Ri-Kwangba — He was expected to sign. The document was ready, the witnesses present and the media eager. But Joseph Kony, the commander of rebel Lord's Resistance Army, did not turn up in public, although there were indications he was in the vicinity. This was in Ri-Kwangba on the DR Congo, Sudan border.
As a result, the much-awaited Comprehensive Peace Agreement was delayed for the third time because the rebel leader has some questions he wants answered.
He wants to know about the alternative justice mechanisms Kampala plans to use to deal with war crimes he committed in place of the case at the International Criminal Court (ICC), which has issued warrants for him and two of his top deputies.
South Sudan's Vice President Riek Machar, who has mediated between Kampala and Kony's Lord's Resistance Army (LRA) since mid-2006, said the rebel was ready to sign but did not understand elements of the document.
"It looks like we are not going to have a signature today...(Kony) wants clarification on two issues Mato Oput and the Special Division of the High Court," Dr Machar announced to hundreds of Acholi leaders, witnesses and observers at the Ri-Kwangba border clearing after a two hour wait.
"I have dispatched a team of elders to go and explain it to him, and I will also hold a brief meeting with him later today or tomorrow morning."
The news was devastating to the people who hoped an early deal would be reached this time round after two postponements in the past. Kony delivered his reservations through his chief negotiator David Nyekorach-Matsanga and his delegation after a two-hour meeting.
All indications, however, showed that Kony was in the vicinity and probably would sign the final agreement today, Friday.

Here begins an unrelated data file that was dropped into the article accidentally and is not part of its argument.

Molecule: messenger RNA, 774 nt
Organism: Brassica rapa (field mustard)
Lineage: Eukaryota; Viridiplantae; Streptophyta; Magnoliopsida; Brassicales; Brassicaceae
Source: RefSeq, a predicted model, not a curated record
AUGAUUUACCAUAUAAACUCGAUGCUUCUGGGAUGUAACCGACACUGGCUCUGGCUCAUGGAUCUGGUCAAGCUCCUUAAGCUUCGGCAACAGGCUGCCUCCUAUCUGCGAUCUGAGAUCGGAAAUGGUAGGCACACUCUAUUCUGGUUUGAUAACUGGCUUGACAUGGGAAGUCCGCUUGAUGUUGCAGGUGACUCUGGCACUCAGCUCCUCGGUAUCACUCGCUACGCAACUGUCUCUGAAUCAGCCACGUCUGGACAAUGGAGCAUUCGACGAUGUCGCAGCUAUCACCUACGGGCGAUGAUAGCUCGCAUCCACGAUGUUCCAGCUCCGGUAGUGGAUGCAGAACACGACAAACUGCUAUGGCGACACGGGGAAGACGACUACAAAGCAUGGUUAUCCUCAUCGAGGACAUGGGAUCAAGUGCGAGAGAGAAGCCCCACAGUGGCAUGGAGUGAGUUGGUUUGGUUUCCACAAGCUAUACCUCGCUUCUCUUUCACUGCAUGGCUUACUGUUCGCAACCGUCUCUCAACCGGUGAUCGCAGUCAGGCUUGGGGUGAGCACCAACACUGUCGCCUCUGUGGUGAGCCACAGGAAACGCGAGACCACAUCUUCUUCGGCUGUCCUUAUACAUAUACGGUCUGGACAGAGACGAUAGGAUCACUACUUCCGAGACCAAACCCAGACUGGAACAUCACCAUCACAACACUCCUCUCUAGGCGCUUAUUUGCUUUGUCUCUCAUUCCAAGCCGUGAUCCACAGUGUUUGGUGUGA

The mediation however, showed some frustration at an apparent lack of communication between the LRA negotiators in Juba and the combatants in the DR Congo and Central African Republic.
"This (need for clarification) should have been communicated during the workshop that took place three weeks ago but I hope to hold a brief meeting with Kony today or tomorrow to clear that," said Dr Machar.
A tent to accommodate 200 people had already been filled at Ri-Kwangba. The government team sat on the right, Dr Machar's mediation team was in the centre and the LRA were supposed to sit on the left.
At Ri-kwangba, about 15 members of Kony's protection unit -the Control Altar - were seen moving around with Kalashnikovs and walkie-talkies. The government side, however, seemed to take Kony's concerns in good faith.
"First, we are grateful that Kony has left the Central African Republic to come and sign and if he wants a few issues cleared, why not?" said Government's deputy negotiator and International Affairs Minister Henry Okello Oryem. By press time yesterday evening, Dr Machar and the Ugandan team were still waiting for a team of religious and cultural leaders who had crossed the border to clarify a few things with Kony.
Kony's 22-year old insurgency has claimed tens of thousands of lives, uprooted two million more in northern Uganda and also destabilised neighbouring parts of southern Sudan and eastern Congo. ICC prosecutors in The Hague accuse the three suspects of multiple war crimes including rape, murder and the abduction of thousands of children as fighters, porters and sex slaves. Even if Kony does sign a final peace deal, the rebels have vowed never to disarm until the indictments are scrapped.
President Yoweri Museveni is due to sign the agreement on April 15 in South Sudan's capital Juba. His government has said it will only call for the ICC warrants to be lifted after a final deal is reached. The ICC has said its warrants for Kony and the two other commanders - Okot Odhiambo and Dominic Ongwen - remain in force. But the UN Security Council could ask the Hague-based court to put them on hold if members see a real chance for peace.
In a bid to convince the ICC that the matter can be handled internally, Kampala and the rebels have agreed to set up a special division of Uganda's High Court to deal with war crimes.
Kony wants more details on how the special court would work, in tandem with the traditional northern Mato Oput reconciliation rituals which the government proposes using too, Dr Machar said.
ICC supporters say only a judicial process delivering stiff jail terms for grave crimes is an acceptable alternative. But the court does not want to be seen as the last barrier to peace if talks look like ending one of the continent's most brutal and intractable conflicts.
Additional reporting by Reuters